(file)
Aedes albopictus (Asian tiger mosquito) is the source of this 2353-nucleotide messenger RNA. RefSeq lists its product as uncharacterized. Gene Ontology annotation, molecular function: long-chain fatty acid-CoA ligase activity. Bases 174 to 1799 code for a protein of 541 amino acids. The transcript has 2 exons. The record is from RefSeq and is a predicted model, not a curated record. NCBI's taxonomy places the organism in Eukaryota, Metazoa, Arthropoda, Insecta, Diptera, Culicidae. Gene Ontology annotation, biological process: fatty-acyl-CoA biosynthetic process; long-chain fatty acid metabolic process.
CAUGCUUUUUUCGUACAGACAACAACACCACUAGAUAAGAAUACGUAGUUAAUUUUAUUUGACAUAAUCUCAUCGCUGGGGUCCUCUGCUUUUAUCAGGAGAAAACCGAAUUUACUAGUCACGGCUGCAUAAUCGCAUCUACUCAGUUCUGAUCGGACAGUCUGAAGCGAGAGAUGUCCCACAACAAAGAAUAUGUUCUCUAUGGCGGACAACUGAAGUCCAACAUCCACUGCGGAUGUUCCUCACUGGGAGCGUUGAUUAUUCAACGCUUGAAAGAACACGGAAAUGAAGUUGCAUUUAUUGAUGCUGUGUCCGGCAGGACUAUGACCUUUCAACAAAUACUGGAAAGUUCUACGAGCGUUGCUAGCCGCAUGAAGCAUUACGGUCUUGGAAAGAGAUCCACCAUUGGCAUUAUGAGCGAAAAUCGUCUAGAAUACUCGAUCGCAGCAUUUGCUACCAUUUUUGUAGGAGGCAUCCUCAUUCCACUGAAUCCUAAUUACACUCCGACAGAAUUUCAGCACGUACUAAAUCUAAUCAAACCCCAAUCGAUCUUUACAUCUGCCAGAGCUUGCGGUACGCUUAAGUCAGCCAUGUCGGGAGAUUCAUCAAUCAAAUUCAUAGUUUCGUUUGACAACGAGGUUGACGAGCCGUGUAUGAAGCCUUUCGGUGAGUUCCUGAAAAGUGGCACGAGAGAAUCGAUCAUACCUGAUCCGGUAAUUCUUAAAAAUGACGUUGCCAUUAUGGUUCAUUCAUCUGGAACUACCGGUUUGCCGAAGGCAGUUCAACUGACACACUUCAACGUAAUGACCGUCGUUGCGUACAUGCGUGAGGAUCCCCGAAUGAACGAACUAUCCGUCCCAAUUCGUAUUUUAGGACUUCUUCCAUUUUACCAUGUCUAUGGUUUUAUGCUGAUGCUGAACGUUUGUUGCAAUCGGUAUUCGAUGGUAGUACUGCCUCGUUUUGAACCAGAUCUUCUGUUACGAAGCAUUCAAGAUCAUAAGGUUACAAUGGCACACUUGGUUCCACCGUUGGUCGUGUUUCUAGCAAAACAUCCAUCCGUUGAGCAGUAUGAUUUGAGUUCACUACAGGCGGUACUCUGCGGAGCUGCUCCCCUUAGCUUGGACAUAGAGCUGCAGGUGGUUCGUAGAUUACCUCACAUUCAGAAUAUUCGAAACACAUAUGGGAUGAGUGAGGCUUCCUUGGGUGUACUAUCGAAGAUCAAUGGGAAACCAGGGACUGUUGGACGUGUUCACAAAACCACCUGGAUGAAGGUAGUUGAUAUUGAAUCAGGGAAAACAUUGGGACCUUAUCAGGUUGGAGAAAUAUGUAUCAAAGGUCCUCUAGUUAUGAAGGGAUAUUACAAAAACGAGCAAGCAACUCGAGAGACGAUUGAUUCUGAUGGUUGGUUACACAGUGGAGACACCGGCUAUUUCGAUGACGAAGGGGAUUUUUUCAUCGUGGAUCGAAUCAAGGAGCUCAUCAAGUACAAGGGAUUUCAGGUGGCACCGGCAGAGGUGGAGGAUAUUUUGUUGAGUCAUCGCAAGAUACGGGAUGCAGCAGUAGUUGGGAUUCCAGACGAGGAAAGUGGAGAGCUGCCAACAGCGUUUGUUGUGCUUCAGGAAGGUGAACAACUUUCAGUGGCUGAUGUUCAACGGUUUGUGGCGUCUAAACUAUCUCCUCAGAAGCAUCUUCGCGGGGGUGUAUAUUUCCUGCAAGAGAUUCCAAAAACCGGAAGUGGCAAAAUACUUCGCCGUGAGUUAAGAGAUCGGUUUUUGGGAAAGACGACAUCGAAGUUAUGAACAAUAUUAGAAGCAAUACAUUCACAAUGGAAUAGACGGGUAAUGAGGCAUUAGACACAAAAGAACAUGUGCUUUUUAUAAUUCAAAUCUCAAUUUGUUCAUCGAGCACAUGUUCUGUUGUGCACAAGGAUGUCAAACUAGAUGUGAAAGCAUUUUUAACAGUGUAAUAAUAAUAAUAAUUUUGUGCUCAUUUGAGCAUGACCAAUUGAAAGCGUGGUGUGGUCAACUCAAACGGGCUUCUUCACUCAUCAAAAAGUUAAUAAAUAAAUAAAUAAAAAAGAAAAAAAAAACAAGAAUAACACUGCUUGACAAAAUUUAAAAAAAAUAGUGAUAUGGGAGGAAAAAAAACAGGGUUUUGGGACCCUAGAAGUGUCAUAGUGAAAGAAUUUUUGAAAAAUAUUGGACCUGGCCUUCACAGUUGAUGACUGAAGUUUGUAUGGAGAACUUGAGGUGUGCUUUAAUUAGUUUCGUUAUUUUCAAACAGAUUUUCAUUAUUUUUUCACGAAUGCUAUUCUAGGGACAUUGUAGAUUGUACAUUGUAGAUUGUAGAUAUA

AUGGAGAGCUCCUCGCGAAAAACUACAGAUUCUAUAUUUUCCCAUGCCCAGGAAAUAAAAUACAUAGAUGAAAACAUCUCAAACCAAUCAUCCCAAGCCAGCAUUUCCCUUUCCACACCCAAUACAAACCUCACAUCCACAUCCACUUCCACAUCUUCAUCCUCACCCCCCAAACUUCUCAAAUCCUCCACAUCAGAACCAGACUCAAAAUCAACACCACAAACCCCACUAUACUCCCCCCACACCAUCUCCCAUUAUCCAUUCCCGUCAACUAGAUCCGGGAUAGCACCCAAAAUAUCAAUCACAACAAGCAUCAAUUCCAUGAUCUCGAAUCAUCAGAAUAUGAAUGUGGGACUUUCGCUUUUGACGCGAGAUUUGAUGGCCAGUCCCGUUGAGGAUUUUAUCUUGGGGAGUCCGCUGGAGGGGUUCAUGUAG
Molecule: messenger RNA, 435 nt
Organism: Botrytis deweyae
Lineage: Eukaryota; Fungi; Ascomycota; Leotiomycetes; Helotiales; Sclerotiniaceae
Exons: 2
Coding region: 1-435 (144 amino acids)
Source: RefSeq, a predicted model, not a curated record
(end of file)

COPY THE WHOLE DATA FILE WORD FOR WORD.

Aedes albopictus (Asian tiger mosquito) is the source of this 2353-nucleotide messenger RNA. RefSeq lists its product as uncharacterized. Gene Ontology annotation, molecular function: long-chain fatty acid-CoA ligase activity. Bases 174 to 1799 code for a protein of 541 amino acids. The transcript has 2 exons. The record is from RefSeq and is a predicted model, not a curated record. NCBI's taxonomy places the organism in Eukaryota, Metazoa, Arthropoda, Insecta, Diptera, Culicidae. Gene Ontology annotation, biological process: fatty-acyl-CoA biosynthetic process; long-chain fatty acid metabolic process.
CAUGCUUUUUUCGUACAGACAACAACACCACUAGAUAAGAAUACGUAGUUAAUUUUAUUUGACAUAAUCUCAUCGCUGGGGUCCUCUGCUUUUAUCAGGAGAAAACCGAAUUUACUAGUCACGGCUGCAUAAUCGCAUCUACUCAGUUCUGAUCGGACAGUCUGAAGCGAGAGAUGUCCCACAACAAAGAAUAUGUUCUCUAUGGCGGACAACUGAAGUCCAACAUCCACUGCGGAUGUUCCUCACUGGGAGCGUUGAUUAUUCAACGCUUGAAAGAACACGGAAAUGAAGUUGCAUUUAUUGAUGCUGUGUCCGGCAGGACUAUGACCUUUCAACAAAUACUGGAAAGUUCUACGAGCGUUGCUAGCCGCAUGAAGCAUUACGGUCUUGGAAAGAGAUCCACCAUUGGCAUUAUGAGCGAAAAUCGUCUAGAAUACUCGAUCGCAGCAUUUGCUACCAUUUUUGUAGGAGGCAUCCUCAUUCCACUGAAUCCUAAUUACACUCCGACAGAAUUUCAGCACGUACUAAAUCUAAUCAAACCCCAAUCGAUCUUUACAUCUGCCAGAGCUUGCGGUACGCUUAAGUCAGCCAUGUCGGGAGAUUCAUCAAUCAAAUUCAUAGUUUCGUUUGACAACGAGGUUGACGAGCCGUGUAUGAAGCCUUUCGGUGAGUUCCUGAAAAGUGGCACGAGAGAAUCGAUCAUACCUGAUCCGGUAAUUCUUAAAAAUGACGUUGCCAUUAUGGUUCAUUCAUCUGGAACUACCGGUUUGCCGAAGGCAGUUCAACUGACACACUUCAACGUAAUGACCGUCGUUGCGUACAUGCGUGAGGAUCCCCGAAUGAACGAACUAUCCGUCCCAAUUCGUAUUUUAGGACUUCUUCCAUUUUACCAUGUCUAUGGUUUUAUGCUGAUGCUGAACGUUUGUUGCAAUCGGUAUUCGAUGGUAGUACUGCCUCGUUUUGAACCAGAUCUUCUGUUACGAAGCAUUCAAGAUCAUAAGGUUACAAUGGCACACUUGGUUCCACCGUUGGUCGUGUUUCUAGCAAAACAUCCAUCCGUUGAGCAGUAUGAUUUGAGUUCACUACAGGCGGUACUCUGCGGAGCUGCUCCCCUUAGCUUGGACAUAGAGCUGCAGGUGGUUCGUAGAUUACCUCACAUUCAGAAUAUUCGAAACACAUAUGGGAUGAGUGAGGCUUCCUUGGGUGUACUAUCGAAGAUCAAUGGGAAACCAGGGACUGUUGGACGUGUUCACAAAACCACCUGGAUGAAGGUAGUUGAUAUUGAAUCAGGGAAAACAUUGGGACCUUAUCAGGUUGGAGAAAUAUGUAUCAAAGGUCCUCUAGUUAUGAAGGGAUAUUACAAAAACGAGCAAGCAACUCGAGAGACGAUUGAUUCUGAUGGUUGGUUACACAGUGGAGACACCGGCUAUUUCGAUGACGAAGGGGAUUUUUUCAUCGUGGAUCGAAUCAAGGAGCUCAUCAAGUACAAGGGAUUUCAGGUGGCACCGGCAGAGGUGGAGGAUAUUUUGUUGAGUCAUCGCAAGAUACGGGAUGCAGCAGUAGUUGGGAUUCCAGACGAGGAAAGUGGAGAGCUGCCAACAGCGUUUGUUGUGCUUCAGGAAGGUGAACAACUUUCAGUGGCUGAUGUUCAACGGUUUGUGGCGUCUAAACUAUCUCCUCAGAAGCAUCUUCGCGGGGGUGUAUAUUUCCUGCAAGAGAUUCCAAAAACCGGAAGUGGCAAAAUACUUCGCCGUGAGUUAAGAGAUCGGUUUUUGGGAAAGACGACAUCGAAGUUAUGAACAAUAUUAGAAGCAAUACAUUCACAAUGGAAUAGACGGGUAAUGAGGCAUUAGACACAAAAGAACAUGUGCUUUUUAUAAUUCAAAUCUCAAUUUGUUCAUCGAGCACAUGUUCUGUUGUGCACAAGGAUGUCAAACUAGAUGUGAAAGCAUUUUUAACAGUGUAAUAAUAAUAAUAAUUUUGUGCUCAUUUGAGCAUGACCAAUUGAAAGCGUGGUGUGGUCAACUCAAACGGGCUUCUUCACUCAUCAAAAAGUUAAUAAAUAAAUAAAUAAAAAAGAAAAAAAAAACAAGAAUAACACUGCUUGACAAAAUUUAAAAAAAAUAGUGAUAUGGGAGGAAAAAAAACAGGGUUUUGGGACCCUAGAAGUGUCAUAGUGAAAGAAUUUUUGAAAAAUAUUGGACCUGGCCUUCACAGUUGAUGACUGAAGUUUGUAUGGAGAACUUGAGGUGUGCUUUAAUUAGUUUCGUUAUUUUCAAACAGAUUUUCAUUAUUUUUUCACGAAUGCUAUUCUAGGGACAUUGUAGAUUGUACAUUGUAGAUUGUAGAUAUA

AUGGAGAGCUCCUCGCGAAAAACUACAGAUUCUAUAUUUUCCCAUGCCCAGGAAAUAAAAUACAUAGAUGAAAACAUCUCAAACCAAUCAUCCCAAGCCAGCAUUUCCCUUUCCACACCCAAUACAAACCUCACAUCCACAUCCACUUCCACAUCUUCAUCCUCACCCCCCAAACUUCUCAAAUCCUCCACAUCAGAACCAGACUCAAAAUCAACACCACAAACCCCACUAUACUCCCCCCACACCAUCUCCCAUUAUCCAUUCCCGUCAACUAGAUCCGGGAUAGCACCCAAAAUAUCAAUCACAACAAGCAUCAAUUCCAUGAUCUCGAAUCAUCAGAAUAUGAAUGUGGGACUUUCGCUUUUGACGCGAGAUUUGAUGGCCAGUCCCGUUGAGGAUUUUAUCUUGGGGAGUCCGCUGGAGGGGUUCAUGUAG
Molecule: messenger RNA, 435 nt
Organism: Botrytis deweyae
Lineage: Eukaryota; Fungi; Ascomycota; Leotiomycetes; Helotiales; Sclerotiniaceae
Exons: 2
Coding region: 1-435 (144 amino acids)
Source: RefSeq, a predicted model, not a curated record